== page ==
By Michael Howell
For the Town of Stevensville sending out water bills this month was nothing like a routine operation. In fact, according to Mayor Gene Mim Mack, Town Hall has been snowed under for the last two weeks dealing with the response as about 150 of the recipients either called or came into the office, some with complaints and all with questions, about their water bill.
It was the first time since the automatic water meter installation program was finished and people were all being billed according to the new rates. The base rate paid by all unmetered users in the past was $40 per month. The new base rate dropped to $29.12 for the first 3,000 gallons and $1.85 per thousand gallons after that.
“I think when people heard that the base rate was dropping they thought their water bill would go down,” said Mim Mack. The cost of water has actually gone up as a steady rate increase was instituted as part of the town’s water system improvement project. The base rate volume of 3,000 gallons doesn’t go very far. The average monthly use in town is 9,000 to 17,000 gallons per month.
This fact hit home with Nancy Voth, who wrote the town a letter. She said her family of three in the dead of winter with no outside use used quite a bit more than 3,000 gallons.
“How are we supposed to survive and keep our property in good working order if all we can use is 3,000 gallons per month?” she asked in her letter. “Yes, we can use more than that, but who can afford it?…What about the City Ordinance that requires the property owners to keep up their lawns? What happened to the fact that when these meters were installed it was supposed to help us by lowering the rates, now they have gone up substantially to the point that I don’t know how I am supposed to afford this.”
“I think a lot of people just didn’t realize how much water they were really using,” said Utility Clerk Denise Philley. So she put together a fact sheet to help make things a little clearer.
You can kiss the notion of paying only the base rate good-bye as soon as you have turned your sprinkler on, for instance. The average underground sprinkler system uses 5 gallons per minute per sprinkler head. Six sprinkler heads in one zone will use 30 gallons per minute. Watering one such zone for an hour uses 1,800 gallons. If you water four such zones you are up to 7,200 gallons per hour. If you do that three times a week you are consuming about 21,600 gallons.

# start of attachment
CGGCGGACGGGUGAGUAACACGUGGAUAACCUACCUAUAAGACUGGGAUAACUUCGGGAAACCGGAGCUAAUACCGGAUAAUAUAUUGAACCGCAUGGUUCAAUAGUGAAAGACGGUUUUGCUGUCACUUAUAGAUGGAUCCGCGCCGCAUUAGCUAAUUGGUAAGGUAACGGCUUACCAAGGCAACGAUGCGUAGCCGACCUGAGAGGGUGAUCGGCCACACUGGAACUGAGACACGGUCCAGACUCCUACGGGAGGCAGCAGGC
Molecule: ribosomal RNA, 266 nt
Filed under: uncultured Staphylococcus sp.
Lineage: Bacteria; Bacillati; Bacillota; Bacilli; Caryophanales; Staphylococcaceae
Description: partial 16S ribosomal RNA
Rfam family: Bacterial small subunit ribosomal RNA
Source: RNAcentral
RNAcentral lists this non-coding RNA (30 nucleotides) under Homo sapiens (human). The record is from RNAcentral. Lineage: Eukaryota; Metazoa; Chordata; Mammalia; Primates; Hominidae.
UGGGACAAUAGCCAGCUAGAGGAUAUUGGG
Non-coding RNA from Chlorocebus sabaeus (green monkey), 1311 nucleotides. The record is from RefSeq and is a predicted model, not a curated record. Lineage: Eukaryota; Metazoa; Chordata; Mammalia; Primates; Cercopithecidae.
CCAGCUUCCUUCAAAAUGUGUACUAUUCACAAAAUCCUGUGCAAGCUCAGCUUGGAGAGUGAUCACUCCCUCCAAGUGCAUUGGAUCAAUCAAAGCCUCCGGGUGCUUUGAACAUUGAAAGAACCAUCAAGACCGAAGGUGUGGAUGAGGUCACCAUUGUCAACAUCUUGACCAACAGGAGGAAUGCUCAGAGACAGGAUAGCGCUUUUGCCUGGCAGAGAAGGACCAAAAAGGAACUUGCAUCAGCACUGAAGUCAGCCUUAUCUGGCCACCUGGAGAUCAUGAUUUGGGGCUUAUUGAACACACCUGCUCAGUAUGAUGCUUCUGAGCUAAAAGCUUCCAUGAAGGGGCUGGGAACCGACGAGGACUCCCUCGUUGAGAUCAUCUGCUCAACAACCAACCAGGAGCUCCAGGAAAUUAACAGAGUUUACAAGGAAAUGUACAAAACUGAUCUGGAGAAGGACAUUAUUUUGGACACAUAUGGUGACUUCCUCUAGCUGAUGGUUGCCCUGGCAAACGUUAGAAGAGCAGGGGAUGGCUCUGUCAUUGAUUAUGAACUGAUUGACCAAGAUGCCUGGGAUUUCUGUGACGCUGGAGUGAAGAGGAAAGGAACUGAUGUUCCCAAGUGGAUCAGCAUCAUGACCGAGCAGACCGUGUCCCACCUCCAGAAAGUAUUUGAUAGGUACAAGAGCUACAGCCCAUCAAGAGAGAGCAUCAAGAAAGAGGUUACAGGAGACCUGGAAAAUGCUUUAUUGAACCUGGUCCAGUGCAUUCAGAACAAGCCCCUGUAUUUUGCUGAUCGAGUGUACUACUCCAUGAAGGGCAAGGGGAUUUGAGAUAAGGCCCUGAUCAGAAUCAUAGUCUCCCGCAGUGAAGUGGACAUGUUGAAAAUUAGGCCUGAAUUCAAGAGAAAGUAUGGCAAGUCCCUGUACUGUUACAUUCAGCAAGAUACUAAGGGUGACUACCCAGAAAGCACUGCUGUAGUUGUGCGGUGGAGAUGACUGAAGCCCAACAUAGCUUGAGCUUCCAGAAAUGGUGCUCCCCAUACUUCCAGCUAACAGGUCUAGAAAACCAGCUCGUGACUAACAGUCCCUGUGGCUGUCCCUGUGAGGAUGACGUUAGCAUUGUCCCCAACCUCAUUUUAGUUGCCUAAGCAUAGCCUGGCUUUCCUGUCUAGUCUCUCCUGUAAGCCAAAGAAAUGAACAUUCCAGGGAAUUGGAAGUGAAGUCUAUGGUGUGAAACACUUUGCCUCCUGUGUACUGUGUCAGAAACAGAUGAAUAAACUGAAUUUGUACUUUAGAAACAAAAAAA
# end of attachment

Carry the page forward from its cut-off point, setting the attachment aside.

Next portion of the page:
Another thing people generally have not been aware of is how much water may be leaking from their system.
Not only can the town’s new water meters be read automatically from a passing vehicle but they will also signal when a leak has been detected. That is when the water use runs uninterruptedly for 24 hours. If the water does stop within 24 hours the meter will reset itself. But if it doesn’t stop in 24 hours, the leak is red flagged by the meter reader and a written notice is sent to the property owner.
Even a small leak can spew a lot of water over time.
Under 60 pounds per square inch of pressure a leak the size of a pin head will leak 6,000 gallons per month. A hole twice that size will spew 25,000 gallons per month. A quarter inch hole in a water line will leak about 400,000 gallons per month.”
“It’s up to the homeowner to find and stop the leaks,” said Philley, But the town will give you a chance by charging a flat rate for 60 days. After that, the bill will reflect what the meter reads whether the leak has been fixed or not.
The town is also providing an information sheet on 100 ways to conserve water and has also adopted a program for establishing a payment plan for those who can’t afford to pay their bills promptly each month.
Philley said that given the number of complaints she has received she was completely flabbergasted that no one from the public showed up at the last council meeting when the situation was being discussed.
“It’s the little old grandmothers that break my heart,” said Philley. “If you are living on $320 per month in social security payments it is really hard to pay $150 per month just for your water.”
Mayor Mim Mack said, “We’ve heard from the seniors about the hardship involved.” and He said the town was aggressively seeking programs to help those in need, especially seniors, with water bill relief.
“We hope to have some kind of plan in place in two weeks,” he said.
In other business the Town Council:
• issued a Special Event Permit for the Wandler Family Reunion;
• offered a selection of insurance plans to employees and agreed to pay $450 per month per employee toward the plan of their choice. Mim Mack said that the cost of insurance had made a jump and employees will have to scrutinize the various plan options carefully.
• approved the sale of about $12,000 in shares of Principal Financial Group common stock. Mim Mack said that the stock certificate had been found but no record of why it was purchased or anything of its history. Mim Mack said that it is also a fact that state law does not allow towns to own such stock, so it is being sold and the money placed in the general fund.